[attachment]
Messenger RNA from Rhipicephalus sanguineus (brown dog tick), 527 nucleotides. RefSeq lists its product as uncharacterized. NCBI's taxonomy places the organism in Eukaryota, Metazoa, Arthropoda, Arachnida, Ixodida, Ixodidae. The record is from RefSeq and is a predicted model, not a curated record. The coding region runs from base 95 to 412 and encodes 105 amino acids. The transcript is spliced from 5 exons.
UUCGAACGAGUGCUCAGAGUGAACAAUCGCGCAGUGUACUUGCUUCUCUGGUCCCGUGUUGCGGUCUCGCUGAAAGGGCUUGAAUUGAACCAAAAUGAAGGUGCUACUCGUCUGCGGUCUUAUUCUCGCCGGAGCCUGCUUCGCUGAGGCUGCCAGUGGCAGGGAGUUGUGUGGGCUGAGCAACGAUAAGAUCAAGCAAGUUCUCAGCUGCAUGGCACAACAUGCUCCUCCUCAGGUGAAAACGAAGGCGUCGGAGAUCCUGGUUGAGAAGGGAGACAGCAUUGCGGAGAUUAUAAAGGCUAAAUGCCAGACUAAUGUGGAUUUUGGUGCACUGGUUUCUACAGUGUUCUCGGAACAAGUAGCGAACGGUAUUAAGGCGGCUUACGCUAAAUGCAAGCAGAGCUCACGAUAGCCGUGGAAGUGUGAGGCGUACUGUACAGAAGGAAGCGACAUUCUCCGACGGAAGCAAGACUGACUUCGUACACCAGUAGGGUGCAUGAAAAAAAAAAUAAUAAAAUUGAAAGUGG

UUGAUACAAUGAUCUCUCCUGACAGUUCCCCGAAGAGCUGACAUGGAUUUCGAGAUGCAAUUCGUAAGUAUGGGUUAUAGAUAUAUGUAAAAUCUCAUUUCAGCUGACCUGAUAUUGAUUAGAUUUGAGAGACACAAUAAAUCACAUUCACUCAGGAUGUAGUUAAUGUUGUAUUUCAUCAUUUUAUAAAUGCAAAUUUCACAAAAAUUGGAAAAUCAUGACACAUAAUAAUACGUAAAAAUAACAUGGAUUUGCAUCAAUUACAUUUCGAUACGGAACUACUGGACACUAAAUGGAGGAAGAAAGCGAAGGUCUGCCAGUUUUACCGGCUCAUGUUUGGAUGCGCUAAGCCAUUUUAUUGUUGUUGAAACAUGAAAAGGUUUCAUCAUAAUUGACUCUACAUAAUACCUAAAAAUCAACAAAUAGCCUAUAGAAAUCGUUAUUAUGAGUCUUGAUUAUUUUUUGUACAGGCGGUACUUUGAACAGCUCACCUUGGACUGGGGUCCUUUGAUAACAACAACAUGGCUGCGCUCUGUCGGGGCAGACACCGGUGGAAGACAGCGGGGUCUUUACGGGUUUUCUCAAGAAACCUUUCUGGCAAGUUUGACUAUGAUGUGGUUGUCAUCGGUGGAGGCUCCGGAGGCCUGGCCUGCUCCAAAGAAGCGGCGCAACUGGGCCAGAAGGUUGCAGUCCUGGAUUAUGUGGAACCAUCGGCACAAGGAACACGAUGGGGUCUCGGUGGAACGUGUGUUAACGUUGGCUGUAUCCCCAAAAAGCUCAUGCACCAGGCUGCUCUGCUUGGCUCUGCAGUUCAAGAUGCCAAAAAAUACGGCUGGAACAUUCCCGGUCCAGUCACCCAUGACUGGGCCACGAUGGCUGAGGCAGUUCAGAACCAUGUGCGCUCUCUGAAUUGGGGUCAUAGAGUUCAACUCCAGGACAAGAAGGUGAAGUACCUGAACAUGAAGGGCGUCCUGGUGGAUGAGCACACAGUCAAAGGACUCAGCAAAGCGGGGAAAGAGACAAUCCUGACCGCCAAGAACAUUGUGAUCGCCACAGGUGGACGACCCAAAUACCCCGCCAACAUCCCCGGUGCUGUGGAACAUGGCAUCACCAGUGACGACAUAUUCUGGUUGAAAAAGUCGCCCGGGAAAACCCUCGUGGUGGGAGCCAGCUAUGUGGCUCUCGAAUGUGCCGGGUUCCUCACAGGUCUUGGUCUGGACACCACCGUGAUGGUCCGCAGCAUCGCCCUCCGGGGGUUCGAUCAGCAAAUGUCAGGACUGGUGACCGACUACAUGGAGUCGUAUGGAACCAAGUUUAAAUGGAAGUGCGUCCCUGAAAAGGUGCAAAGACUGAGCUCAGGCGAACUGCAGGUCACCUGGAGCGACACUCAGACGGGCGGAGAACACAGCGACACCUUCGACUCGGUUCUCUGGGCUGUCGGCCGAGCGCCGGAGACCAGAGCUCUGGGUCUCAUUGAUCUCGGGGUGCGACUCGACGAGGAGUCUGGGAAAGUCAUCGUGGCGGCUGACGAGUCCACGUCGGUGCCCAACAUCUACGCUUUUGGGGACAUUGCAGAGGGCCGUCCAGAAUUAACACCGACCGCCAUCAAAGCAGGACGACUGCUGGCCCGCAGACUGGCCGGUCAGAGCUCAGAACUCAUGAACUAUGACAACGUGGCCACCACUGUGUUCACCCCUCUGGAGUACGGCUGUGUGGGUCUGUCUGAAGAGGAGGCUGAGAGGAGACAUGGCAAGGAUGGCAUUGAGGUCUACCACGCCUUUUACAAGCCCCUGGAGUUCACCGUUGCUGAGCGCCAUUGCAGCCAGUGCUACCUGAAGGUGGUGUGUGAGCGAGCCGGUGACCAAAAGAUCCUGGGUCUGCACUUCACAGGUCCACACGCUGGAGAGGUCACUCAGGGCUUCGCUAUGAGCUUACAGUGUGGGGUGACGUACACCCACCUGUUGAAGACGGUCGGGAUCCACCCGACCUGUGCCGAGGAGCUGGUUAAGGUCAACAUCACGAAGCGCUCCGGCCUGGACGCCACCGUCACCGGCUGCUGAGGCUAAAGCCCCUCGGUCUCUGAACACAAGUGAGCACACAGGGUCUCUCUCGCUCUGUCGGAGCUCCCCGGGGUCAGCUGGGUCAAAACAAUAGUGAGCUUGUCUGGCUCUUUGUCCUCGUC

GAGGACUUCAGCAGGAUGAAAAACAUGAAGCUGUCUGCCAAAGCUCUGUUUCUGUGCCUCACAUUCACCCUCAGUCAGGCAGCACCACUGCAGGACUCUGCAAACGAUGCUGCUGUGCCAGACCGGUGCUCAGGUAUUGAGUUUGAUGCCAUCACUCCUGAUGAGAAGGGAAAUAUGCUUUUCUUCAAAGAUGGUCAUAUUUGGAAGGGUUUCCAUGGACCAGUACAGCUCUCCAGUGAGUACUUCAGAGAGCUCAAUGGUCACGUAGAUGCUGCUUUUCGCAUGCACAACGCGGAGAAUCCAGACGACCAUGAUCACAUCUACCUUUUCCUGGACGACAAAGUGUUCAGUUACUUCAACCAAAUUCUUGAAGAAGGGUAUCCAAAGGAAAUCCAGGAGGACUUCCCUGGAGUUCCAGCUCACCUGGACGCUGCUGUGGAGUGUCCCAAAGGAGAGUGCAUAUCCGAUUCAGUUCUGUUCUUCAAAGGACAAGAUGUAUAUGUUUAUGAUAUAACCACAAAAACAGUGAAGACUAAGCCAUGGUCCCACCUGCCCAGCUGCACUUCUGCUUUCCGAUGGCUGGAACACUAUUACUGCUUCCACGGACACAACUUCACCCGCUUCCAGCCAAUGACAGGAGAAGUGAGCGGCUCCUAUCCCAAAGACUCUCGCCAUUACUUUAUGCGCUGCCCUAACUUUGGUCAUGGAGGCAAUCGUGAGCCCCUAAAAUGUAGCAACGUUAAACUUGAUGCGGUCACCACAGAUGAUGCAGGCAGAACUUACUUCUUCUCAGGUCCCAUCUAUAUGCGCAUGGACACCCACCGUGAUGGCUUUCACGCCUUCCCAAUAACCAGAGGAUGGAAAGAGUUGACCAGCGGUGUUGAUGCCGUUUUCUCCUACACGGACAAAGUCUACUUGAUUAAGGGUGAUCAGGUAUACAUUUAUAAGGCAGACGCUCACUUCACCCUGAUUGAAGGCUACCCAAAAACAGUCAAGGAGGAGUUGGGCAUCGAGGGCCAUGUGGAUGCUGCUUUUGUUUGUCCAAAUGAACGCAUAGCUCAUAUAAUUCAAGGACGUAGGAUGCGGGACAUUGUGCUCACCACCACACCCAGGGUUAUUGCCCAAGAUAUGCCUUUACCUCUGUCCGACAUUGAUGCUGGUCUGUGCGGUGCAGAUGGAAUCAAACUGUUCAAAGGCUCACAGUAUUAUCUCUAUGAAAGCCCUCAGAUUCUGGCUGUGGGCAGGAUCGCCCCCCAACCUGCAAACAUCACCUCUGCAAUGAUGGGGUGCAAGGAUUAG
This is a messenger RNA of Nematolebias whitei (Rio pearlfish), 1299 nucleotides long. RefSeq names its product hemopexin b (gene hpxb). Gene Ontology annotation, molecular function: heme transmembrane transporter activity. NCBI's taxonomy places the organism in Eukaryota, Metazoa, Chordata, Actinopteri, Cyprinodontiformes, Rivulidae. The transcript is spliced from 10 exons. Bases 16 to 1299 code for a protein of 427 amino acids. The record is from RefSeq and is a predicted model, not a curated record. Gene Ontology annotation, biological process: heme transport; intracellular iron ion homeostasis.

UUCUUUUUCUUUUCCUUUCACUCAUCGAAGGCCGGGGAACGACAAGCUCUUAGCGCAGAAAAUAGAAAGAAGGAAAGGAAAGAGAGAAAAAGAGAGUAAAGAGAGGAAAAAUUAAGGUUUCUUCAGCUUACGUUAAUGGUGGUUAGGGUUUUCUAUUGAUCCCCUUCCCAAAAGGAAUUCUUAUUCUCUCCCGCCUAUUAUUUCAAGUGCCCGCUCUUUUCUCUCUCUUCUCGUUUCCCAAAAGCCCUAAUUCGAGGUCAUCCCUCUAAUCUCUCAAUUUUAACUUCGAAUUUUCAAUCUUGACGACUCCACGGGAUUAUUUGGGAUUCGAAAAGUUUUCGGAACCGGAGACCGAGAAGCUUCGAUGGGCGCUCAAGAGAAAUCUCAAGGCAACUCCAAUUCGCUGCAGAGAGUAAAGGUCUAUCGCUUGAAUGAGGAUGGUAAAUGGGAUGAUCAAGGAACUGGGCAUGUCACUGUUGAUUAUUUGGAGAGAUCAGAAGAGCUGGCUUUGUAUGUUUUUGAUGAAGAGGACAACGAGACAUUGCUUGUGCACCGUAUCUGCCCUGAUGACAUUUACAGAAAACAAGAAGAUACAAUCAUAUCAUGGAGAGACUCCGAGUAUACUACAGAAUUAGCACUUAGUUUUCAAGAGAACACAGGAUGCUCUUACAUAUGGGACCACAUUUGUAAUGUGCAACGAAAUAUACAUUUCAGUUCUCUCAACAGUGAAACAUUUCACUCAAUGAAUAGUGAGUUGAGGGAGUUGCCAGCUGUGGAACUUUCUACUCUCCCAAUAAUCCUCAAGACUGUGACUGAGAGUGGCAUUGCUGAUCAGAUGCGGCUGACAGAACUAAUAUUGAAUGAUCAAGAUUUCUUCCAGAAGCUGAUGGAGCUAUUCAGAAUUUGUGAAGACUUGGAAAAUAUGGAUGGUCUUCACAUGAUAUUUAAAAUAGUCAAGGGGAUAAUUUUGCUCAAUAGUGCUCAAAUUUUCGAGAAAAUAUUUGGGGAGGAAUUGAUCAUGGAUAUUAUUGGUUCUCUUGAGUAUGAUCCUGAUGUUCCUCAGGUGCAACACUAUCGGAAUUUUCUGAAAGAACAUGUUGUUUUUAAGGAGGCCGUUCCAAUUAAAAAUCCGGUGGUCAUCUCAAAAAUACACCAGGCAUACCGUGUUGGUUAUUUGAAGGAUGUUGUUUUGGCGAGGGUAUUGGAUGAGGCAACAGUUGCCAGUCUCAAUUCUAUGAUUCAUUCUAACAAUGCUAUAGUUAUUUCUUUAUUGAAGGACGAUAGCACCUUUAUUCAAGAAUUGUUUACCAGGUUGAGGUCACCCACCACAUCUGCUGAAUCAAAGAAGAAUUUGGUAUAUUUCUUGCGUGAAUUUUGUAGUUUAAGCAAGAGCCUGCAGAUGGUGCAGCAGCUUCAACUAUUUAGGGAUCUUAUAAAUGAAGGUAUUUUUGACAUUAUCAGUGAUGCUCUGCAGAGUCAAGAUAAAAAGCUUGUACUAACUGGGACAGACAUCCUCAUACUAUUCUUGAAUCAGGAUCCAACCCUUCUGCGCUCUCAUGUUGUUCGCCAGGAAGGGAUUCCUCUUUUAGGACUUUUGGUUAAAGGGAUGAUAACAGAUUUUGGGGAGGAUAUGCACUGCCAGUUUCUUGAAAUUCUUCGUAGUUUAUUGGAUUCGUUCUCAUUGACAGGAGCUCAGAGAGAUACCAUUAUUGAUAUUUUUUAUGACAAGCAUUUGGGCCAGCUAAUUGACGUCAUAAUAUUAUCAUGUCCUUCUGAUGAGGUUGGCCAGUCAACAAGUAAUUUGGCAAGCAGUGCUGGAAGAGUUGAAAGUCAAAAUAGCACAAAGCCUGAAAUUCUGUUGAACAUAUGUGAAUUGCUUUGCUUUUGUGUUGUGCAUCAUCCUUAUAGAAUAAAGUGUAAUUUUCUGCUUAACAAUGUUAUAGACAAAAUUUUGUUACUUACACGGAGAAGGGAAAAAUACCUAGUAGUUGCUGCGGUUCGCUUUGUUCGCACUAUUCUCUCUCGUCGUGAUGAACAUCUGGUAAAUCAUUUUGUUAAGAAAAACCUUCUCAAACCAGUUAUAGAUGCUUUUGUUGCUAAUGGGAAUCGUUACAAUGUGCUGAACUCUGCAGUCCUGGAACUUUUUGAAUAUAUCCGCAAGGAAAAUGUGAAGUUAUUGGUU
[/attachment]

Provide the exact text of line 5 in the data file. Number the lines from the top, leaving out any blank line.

This is a messenger RNA of Nematolebias whitei (Rio pearlfish), 1299 nucleotides long. RefSeq names its product hemopexin b (gene hpxb). Gene Ontology annotation, molecular function: heme transmembrane transporter activity. NCBI's taxonomy places the organism in Eukaryota, Metazoa, Chordata, Actinopteri, Cyprinodontiformes, Rivulidae. The transcript is spliced from 10 exons. Bases 16 to 1299 code for a protein of 427 amino acids. The record is from RefSeq and is a predicted model, not a curated record. Gene Ontology annotation, biological process: heme transport; intracellular iron ion homeostasis.